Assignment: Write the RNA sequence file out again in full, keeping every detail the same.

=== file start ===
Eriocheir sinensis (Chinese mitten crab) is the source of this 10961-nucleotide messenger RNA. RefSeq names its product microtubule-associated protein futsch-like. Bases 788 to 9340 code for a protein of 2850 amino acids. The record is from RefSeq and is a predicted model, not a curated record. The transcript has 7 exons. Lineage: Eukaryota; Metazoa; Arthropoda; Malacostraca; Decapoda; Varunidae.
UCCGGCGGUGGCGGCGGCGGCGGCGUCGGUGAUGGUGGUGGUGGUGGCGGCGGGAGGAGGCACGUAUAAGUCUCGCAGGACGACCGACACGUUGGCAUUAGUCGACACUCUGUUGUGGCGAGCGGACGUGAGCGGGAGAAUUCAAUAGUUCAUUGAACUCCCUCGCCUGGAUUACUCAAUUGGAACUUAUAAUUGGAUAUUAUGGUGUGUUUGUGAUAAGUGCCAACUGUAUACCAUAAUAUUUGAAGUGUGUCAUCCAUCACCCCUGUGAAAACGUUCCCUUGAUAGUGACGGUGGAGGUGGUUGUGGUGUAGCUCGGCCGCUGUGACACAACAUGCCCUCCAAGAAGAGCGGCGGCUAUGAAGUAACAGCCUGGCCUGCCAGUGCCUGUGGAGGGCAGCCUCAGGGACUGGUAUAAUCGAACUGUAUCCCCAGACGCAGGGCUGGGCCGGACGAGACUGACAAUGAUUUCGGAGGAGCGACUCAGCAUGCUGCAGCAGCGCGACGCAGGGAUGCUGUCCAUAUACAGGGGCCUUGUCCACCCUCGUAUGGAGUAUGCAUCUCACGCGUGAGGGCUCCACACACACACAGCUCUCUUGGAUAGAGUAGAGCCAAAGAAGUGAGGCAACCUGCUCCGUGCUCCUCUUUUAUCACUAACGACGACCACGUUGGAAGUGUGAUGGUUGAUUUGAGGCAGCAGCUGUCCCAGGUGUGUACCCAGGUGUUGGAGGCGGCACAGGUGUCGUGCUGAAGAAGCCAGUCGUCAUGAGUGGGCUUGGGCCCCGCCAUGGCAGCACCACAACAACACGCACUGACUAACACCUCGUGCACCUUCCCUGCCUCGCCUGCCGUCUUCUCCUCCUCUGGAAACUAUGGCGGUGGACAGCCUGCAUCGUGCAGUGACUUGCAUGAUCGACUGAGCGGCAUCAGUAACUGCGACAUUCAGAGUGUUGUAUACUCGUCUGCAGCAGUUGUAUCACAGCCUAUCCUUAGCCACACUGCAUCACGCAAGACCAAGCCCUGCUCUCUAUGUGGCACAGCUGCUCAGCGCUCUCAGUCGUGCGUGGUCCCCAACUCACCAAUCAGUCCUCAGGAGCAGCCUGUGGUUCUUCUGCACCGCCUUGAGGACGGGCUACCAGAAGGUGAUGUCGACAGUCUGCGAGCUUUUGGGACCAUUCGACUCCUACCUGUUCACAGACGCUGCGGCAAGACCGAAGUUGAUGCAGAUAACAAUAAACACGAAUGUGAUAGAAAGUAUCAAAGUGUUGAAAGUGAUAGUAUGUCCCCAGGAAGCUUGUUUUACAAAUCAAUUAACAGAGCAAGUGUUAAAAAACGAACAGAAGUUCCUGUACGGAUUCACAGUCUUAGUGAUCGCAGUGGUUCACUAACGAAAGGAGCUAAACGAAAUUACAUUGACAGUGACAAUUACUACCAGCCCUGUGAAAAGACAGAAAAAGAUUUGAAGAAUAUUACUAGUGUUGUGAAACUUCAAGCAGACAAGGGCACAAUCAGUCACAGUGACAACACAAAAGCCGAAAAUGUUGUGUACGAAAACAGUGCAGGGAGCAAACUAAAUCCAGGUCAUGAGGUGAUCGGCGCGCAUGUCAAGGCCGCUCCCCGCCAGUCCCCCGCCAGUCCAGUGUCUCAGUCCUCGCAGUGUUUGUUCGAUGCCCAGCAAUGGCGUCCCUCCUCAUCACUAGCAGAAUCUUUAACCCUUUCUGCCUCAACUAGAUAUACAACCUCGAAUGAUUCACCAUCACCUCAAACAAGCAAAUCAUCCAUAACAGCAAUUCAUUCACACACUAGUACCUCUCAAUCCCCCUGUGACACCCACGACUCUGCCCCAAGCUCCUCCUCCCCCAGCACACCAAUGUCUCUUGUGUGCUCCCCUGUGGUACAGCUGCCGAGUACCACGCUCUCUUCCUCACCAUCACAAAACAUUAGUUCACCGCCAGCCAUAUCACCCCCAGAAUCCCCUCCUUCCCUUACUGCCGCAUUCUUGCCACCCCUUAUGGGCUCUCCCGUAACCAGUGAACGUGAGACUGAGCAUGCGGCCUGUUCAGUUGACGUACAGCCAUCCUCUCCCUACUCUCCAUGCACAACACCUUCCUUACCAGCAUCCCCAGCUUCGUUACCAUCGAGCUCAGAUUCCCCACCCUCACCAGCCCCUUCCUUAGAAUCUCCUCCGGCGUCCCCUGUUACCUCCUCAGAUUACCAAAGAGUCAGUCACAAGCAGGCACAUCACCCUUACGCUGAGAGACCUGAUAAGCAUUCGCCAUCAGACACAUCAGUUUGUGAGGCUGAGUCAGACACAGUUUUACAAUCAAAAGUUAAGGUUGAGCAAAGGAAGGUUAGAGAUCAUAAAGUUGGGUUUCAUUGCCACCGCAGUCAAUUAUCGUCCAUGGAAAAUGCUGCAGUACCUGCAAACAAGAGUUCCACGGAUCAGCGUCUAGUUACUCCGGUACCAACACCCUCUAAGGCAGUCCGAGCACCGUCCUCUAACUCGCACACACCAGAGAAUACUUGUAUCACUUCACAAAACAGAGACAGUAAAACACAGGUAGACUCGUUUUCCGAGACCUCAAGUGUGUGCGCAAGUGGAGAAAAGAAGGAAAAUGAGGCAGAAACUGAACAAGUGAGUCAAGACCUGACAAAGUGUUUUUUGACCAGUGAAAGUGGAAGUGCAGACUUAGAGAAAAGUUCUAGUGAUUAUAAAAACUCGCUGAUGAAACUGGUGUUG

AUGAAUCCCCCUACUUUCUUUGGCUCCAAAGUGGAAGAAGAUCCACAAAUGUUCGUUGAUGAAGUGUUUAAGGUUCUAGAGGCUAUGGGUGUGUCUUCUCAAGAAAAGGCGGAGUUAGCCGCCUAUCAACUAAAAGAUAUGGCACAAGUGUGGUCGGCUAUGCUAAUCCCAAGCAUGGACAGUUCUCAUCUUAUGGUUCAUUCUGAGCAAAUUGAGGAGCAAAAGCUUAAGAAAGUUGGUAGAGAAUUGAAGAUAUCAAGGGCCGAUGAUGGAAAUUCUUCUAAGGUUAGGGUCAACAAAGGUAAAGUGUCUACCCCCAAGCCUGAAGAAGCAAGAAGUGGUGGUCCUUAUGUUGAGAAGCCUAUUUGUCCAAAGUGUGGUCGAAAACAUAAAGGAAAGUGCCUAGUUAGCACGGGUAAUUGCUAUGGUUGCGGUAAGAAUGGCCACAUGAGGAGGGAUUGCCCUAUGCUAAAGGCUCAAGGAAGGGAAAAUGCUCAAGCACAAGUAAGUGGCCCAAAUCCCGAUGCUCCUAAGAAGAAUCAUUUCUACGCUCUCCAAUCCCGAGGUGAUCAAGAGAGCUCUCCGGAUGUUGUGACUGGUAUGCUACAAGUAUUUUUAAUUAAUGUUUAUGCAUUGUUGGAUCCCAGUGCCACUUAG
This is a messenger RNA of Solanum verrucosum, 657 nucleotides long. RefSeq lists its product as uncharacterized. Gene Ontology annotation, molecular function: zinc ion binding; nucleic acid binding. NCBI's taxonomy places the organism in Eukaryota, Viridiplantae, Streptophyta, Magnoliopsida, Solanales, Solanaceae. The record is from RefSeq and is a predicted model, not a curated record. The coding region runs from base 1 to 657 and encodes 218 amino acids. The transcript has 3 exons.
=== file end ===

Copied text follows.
Eriocheir sinensis (Chinese mitten crab) is the source of this 10961-nucleotide messenger RNA. RefSeq names its product microtubule-associated protein futsch-like. Bases 788 to 9340 code for a protein of 2850 amino acids. The record is from RefSeq and is a predicted model, not a curated record. The transcript has 7 exons. Lineage: Eukaryota; Metazoa; Arthropoda; Malacostraca; Decapoda; Varunidae.
UCCGGCGGUGGCGGCGGCGGCGGCGUCGGUGAUGGUGGUGGUGGUGGCGGCGGGAGGAGGCACGUAUAAGUCUCGCAGGACGACCGACACGUUGGCAUUAGUCGACACUCUGUUGUGGCGAGCGGACGUGAGCGGGAGAAUUCAAUAGUUCAUUGAACUCCCUCGCCUGGAUUACUCAAUUGGAACUUAUAAUUGGAUAUUAUGGUGUGUUUGUGAUAAGUGCCAACUGUAUACCAUAAUAUUUGAAGUGUGUCAUCCAUCACCCCUGUGAAAACGUUCCCUUGAUAGUGACGGUGGAGGUGGUUGUGGUGUAGCUCGGCCGCUGUGACACAACAUGCCCUCCAAGAAGAGCGGCGGCUAUGAAGUAACAGCCUGGCCUGCCAGUGCCUGUGGAGGGCAGCCUCAGGGACUGGUAUAAUCGAACUGUAUCCCCAGACGCAGGGCUGGGCCGGACGAGACUGACAAUGAUUUCGGAGGAGCGACUCAGCAUGCUGCAGCAGCGCGACGCAGGGAUGCUGUCCAUAUACAGGGGCCUUGUCCACCCUCGUAUGGAGUAUGCAUCUCACGCGUGAGGGCUCCACACACACACAGCUCUCUUGGAUAGAGUAGAGCCAAAGAAGUGAGGCAACCUGCUCCGUGCUCCUCUUUUAUCACUAACGACGACCACGUUGGAAGUGUGAUGGUUGAUUUGAGGCAGCAGCUGUCCCAGGUGUGUACCCAGGUGUUGGAGGCGGCACAGGUGUCGUGCUGAAGAAGCCAGUCGUCAUGAGUGGGCUUGGGCCCCGCCAUGGCAGCACCACAACAACACGCACUGACUAACACCUCGUGCACCUUCCCUGCCUCGCCUGCCGUCUUCUCCUCCUCUGGAAACUAUGGCGGUGGACAGCCUGCAUCGUGCAGUGACUUGCAUGAUCGACUGAGCGGCAUCAGUAACUGCGACAUUCAGAGUGUUGUAUACUCGUCUGCAGCAGUUGUAUCACAGCCUAUCCUUAGCCACACUGCAUCACGCAAGACCAAGCCCUGCUCUCUAUGUGGCACAGCUGCUCAGCGCUCUCAGUCGUGCGUGGUCCCCAACUCACCAAUCAGUCCUCAGGAGCAGCCUGUGGUUCUUCUGCACCGCCUUGAGGACGGGCUACCAGAAGGUGAUGUCGACAGUCUGCGAGCUUUUGGGACCAUUCGACUCCUACCUGUUCACAGACGCUGCGGCAAGACCGAAGUUGAUGCAGAUAACAAUAAACACGAAUGUGAUAGAAAGUAUCAAAGUGUUGAAAGUGAUAGUAUGUCCCCAGGAAGCUUGUUUUACAAAUCAAUUAACAGAGCAAGUGUUAAAAAACGAACAGAAGUUCCUGUACGGAUUCACAGUCUUAGUGAUCGCAGUGGUUCACUAACGAAAGGAGCUAAACGAAAUUACAUUGACAGUGACAAUUACUACCAGCCCUGUGAAAAGACAGAAAAAGAUUUGAAGAAUAUUACUAGUGUUGUGAAACUUCAAGCAGACAAGGGCACAAUCAGUCACAGUGACAACACAAAAGCCGAAAAUGUUGUGUACGAAAACAGUGCAGGGAGCAAACUAAAUCCAGGUCAUGAGGUGAUCGGCGCGCAUGUCAAGGCCGCUCCCCGCCAGUCCCCCGCCAGUCCAGUGUCUCAGUCCUCGCAGUGUUUGUUCGAUGCCCAGCAAUGGCGUCCCUCCUCAUCACUAGCAGAAUCUUUAACCCUUUCUGCCUCAACUAGAUAUACAACCUCGAAUGAUUCACCAUCACCUCAAACAAGCAAAUCAUCCAUAACAGCAAUUCAUUCACACACUAGUACCUCUCAAUCCCCCUGUGACACCCACGACUCUGCCCCAAGCUCCUCCUCCCCCAGCACACCAAUGUCUCUUGUGUGCUCCCCUGUGGUACAGCUGCCGAGUACCACGCUCUCUUCCUCACCAUCACAAAACAUUAGUUCACCGCCAGCCAUAUCACCCCCAGAAUCCCCUCCUUCCCUUACUGCCGCAUUCUUGCCACCCCUUAUGGGCUCUCCCGUAACCAGUGAACGUGAGACUGAGCAUGCGGCCUGUUCAGUUGACGUACAGCCAUCCUCUCCCUACUCUCCAUGCACAACACCUUCCUUACCAGCAUCCCCAGCUUCGUUACCAUCGAGCUCAGAUUCCCCACCCUCACCAGCCCCUUCCUUAGAAUCUCCUCCGGCGUCCCCUGUUACCUCCUCAGAUUACCAAAGAGUCAGUCACAAGCAGGCACAUCACCCUUACGCUGAGAGACCUGAUAAGCAUUCGCCAUCAGACACAUCAGUUUGUGAGGCUGAGUCAGACACAGUUUUACAAUCAAAAGUUAAGGUUGAGCAAAGGAAGGUUAGAGAUCAUAAAGUUGGGUUUCAUUGCCACCGCAGUCAAUUAUCGUCCAUGGAAAAUGCUGCAGUACCUGCAAACAAGAGUUCCACGGAUCAGCGUCUAGUUACUCCGGUACCAACACCCUCUAAGGCAGUCCGAGCACCGUCCUCUAACUCGCACACACCAGAGAAUACUUGUAUCACUUCACAAAACAGAGACAGUAAAACACAGGUAGACUCGUUUUCCGAGACCUCAAGUGUGUGCGCAAGUGGAGAAAAGAAGGAAAAUGAGGCAGAAACUGAACAAGUGAGUCAAGACCUGACAAAGUGUUUUUUGACCAGUGAAAGUGGAAGUGCAGACUUAGAGAAAAGUUCUAGUGAUUAUAAAAACUCGCUGAUGAAACUGGUGUUG

AUGAAUCCCCCUACUUUCUUUGGCUCCAAAGUGGAAGAAGAUCCACAAAUGUUCGUUGAUGAAGUGUUUAAGGUUCUAGAGGCUAUGGGUGUGUCUUCUCAAGAAAAGGCGGAGUUAGCCGCCUAUCAACUAAAAGAUAUGGCACAAGUGUGGUCGGCUAUGCUAAUCCCAAGCAUGGACAGUUCUCAUCUUAUGGUUCAUUCUGAGCAAAUUGAGGAGCAAAAGCUUAAGAAAGUUGGUAGAGAAUUGAAGAUAUCAAGGGCCGAUGAUGGAAAUUCUUCUAAGGUUAGGGUCAACAAAGGUAAAGUGUCUACCCCCAAGCCUGAAGAAGCAAGAAGUGGUGGUCCUUAUGUUGAGAAGCCUAUUUGUCCAAAGUGUGGUCGAAAACAUAAAGGAAAGUGCCUAGUUAGCACGGGUAAUUGCUAUGGUUGCGGUAAGAAUGGCCACAUGAGGAGGGAUUGCCCUAUGCUAAAGGCUCAAGGAAGGGAAAAUGCUCAAGCACAAGUAAGUGGCCCAAAUCCCGAUGCUCCUAAGAAGAAUCAUUUCUACGCUCUCCAAUCCCGAGGUGAUCAAGAGAGCUCUCCGGAUGUUGUGACUGGUAUGCUACAAGUAUUUUUAAUUAAUGUUUAUGCAUUGUUGGAUCCCAGUGCCACUUAG
This is a messenger RNA of Solanum verrucosum, 657 nucleotides long. RefSeq lists its product as uncharacterized. Gene Ontology annotation, molecular function: zinc ion binding; nucleic acid binding. NCBI's taxonomy places the organism in Eukaryota, Viridiplantae, Streptophyta, Magnoliopsida, Solanales, Solanaceae. The record is from RefSeq and is a predicted model, not a curated record. The coding region runs from base 1 to 657 and encodes 218 amino acids. The transcript has 3 exons.